Watch Company of Joseph and the Amazing Technicolor Dreamcoat Sing 2 Songs From the Upcoming Concert Staging

Interview   Watch Company of Joseph and the Amazing Technicolor Dreamcoat Sing 2 Songs From the Upcoming Concert Staging
 
Hear Jessica Vosk, Eden Espinosa, Alex Newell, Noah Galvin, Bonnie Milligan, and more perform “Go, Go, Go Joseph” and “Those Canaan Days.”

Joseph… has arrived, and he is more fabulous than ever. The Andrew Lloyd Webber and Tim Rice musical hits New York in a next-level concert staging at Lincoln Center’s David Geffen Hall for one night only February 17, and (as you can see in the preview video above) it’s going to be wild.

Two-time Tony-nominated director Michael Arden (Spring Awakening, Once On This Island) brings his singular vision to the Manhattan Concert Productions staging, as part of the Broadway series. Based on the biblical story of Joseph, one of 12 sons of Jacob, and his power of dream interpretation, Joseph and the Amazing Technicolor Dreamcoat has not been seen on this scale in New York since the 1993 Broadway revival.

“It was a chance to do a show that everybody loves and, and sort of make my statement with the casting,” says Arden. It’s coming in loud and clear. Merle Dandridge plays Pharoah. The brothers are played by actors of all races and genders—Robert Ariza, Rodrick Covington, Jason Gotay, Jay Armstrong Johnson, Mykal Kilgore, Tiffany Mann, Julia Mattison, Bonnie Milligan, Brian Sears, Daniel Yearwood, and Mason Grey Zaroff. And they are not “siblings,” they are brothers.

“I've assembled a group of people who all are outside of their own box,” says Arden. “To be able to get to see them shine and celebrate them in new and exciting ways, I think should be really fun and hopefully be inspiring for these kids; so a young woman or non-binary person who might say, ‘Hey, I want to do this,’ and they're not usually given the opportunity, [we can say], ‘Actually, just keep dreaming because look at Joseph done in a professional way.”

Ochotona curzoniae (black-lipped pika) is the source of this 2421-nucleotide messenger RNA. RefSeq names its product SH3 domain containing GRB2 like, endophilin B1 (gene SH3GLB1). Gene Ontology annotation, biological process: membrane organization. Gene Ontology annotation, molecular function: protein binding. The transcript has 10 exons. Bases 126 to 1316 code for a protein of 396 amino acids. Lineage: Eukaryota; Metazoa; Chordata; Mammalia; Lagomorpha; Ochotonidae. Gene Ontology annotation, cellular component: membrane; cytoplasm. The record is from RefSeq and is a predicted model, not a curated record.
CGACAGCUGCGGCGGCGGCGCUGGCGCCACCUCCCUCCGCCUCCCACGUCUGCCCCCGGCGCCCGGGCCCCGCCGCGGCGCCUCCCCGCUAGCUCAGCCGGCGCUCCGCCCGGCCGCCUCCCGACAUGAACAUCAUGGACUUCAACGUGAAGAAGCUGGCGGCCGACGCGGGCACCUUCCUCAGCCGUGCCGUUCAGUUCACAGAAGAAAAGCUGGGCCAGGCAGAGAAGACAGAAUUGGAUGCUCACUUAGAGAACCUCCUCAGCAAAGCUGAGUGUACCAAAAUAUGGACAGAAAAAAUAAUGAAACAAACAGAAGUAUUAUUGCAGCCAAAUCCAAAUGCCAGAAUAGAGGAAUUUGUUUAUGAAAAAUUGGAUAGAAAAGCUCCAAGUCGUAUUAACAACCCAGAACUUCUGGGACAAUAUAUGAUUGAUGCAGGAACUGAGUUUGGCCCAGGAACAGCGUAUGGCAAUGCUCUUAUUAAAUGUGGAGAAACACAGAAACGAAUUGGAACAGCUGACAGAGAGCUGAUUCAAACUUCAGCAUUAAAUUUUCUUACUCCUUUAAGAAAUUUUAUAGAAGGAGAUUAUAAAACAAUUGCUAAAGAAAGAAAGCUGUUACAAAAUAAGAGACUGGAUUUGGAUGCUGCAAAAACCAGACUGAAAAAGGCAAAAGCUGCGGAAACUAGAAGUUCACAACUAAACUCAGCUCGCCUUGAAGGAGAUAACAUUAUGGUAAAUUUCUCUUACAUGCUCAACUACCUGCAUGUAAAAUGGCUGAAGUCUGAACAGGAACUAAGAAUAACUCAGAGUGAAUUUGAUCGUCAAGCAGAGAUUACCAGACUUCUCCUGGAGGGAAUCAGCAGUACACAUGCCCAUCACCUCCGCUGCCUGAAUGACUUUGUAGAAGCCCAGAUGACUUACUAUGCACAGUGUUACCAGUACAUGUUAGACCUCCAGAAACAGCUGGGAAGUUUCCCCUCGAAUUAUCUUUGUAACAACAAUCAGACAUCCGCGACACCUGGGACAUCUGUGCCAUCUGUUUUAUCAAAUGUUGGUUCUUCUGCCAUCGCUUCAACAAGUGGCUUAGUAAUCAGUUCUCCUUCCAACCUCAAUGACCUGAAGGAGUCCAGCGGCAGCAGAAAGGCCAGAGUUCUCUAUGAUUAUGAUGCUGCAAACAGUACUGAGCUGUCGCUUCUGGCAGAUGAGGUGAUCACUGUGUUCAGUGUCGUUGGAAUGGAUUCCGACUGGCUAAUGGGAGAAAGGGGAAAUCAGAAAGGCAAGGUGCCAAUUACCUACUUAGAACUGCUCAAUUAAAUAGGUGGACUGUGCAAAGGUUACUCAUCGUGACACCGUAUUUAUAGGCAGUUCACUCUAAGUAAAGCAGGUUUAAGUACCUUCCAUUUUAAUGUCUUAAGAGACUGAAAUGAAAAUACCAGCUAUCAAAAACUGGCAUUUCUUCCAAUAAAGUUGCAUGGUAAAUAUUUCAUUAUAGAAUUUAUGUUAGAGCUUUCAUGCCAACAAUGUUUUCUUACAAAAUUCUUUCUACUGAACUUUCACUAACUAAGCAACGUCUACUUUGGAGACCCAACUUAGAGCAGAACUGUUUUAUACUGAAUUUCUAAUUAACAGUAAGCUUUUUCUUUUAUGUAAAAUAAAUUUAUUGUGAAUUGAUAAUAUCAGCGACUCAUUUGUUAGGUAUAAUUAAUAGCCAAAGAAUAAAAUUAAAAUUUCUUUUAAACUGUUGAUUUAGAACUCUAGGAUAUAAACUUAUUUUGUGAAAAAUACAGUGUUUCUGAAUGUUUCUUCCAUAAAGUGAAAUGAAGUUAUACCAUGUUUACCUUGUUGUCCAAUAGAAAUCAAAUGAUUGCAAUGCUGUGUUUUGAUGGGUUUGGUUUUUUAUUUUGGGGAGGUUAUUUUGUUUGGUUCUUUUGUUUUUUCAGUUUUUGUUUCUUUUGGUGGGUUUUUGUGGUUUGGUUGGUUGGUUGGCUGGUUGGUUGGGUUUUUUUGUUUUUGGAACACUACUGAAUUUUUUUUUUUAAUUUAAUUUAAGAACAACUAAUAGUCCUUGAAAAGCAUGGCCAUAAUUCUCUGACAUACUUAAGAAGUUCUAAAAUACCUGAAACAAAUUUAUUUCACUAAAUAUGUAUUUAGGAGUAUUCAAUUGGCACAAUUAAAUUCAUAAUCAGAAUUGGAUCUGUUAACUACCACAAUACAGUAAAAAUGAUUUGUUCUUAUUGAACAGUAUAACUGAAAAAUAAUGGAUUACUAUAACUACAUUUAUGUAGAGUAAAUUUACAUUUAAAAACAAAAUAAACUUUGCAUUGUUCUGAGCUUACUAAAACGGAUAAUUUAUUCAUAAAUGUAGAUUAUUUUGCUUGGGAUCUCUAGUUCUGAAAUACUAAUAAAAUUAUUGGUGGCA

This fresh casting not only offers an open-minded perspective, it creates an entirely new sound for Lloyd Weber’s score. As belter Bonnie Milligan (Head Over Heels) wails on “Those Canaan Days,” we consider that perhaps the Act 2 noir-ballad is actually the musical’s sleeper hit. (Watch the video above for a clip of the song.)

Arden embraces the naturally queer bent of the show. “It's the gay Bible story,” he says. “I mean that's what I keep telling people. Like Joseph is… He loved his coat. He was fabulous, and his brothers couldn't handle that—and that's like a theme that we still deal with in the world today.

“I wanted to just make this as gay as possible.”

Still, Arden has combined camp spectacular and ballroom energy with grounded substance. Noah Galvin, who plays the title character, calls it “a universal tale of otherness.”

Galvin considers Joseph’s reveal of his dreams and his interpretive powers like a kind of coming out and for “any person who has a coming out experience that doesn't go as planned or goes poorly, this is a beautiful tale of redemption [of someone who] goes through the trials and tribulations and still becomes Pharaoh's second in command.”

“He's really like getting into deeper themes that I didn't expect,” says Eden Espinosa of Arden. Espinosa shares the part of the Narrator with fellow big voices Jessica Vosk and Alex Newell. “It's interesting… playing this role with a fellow Elphaba,” says Vosk. (She and Espinosa have both played the Green Girl.) “This is somewhat the same in that there's somebody who's very different and has something about them that makes them different or ‘above the rest,’ and [people] feel threatened and they take [that specialness] away.”

When Joseph… hits the stage, the only thing people will be threatened by is the talent of this professional ensemble (“That's the beauty of the MCP Broadway series is that all of these people would normally be booked,” says Galvin) and the 200-person choir backing them. Joseph may have been a man ahead of his time, but this production proves the musical’s timelessness.

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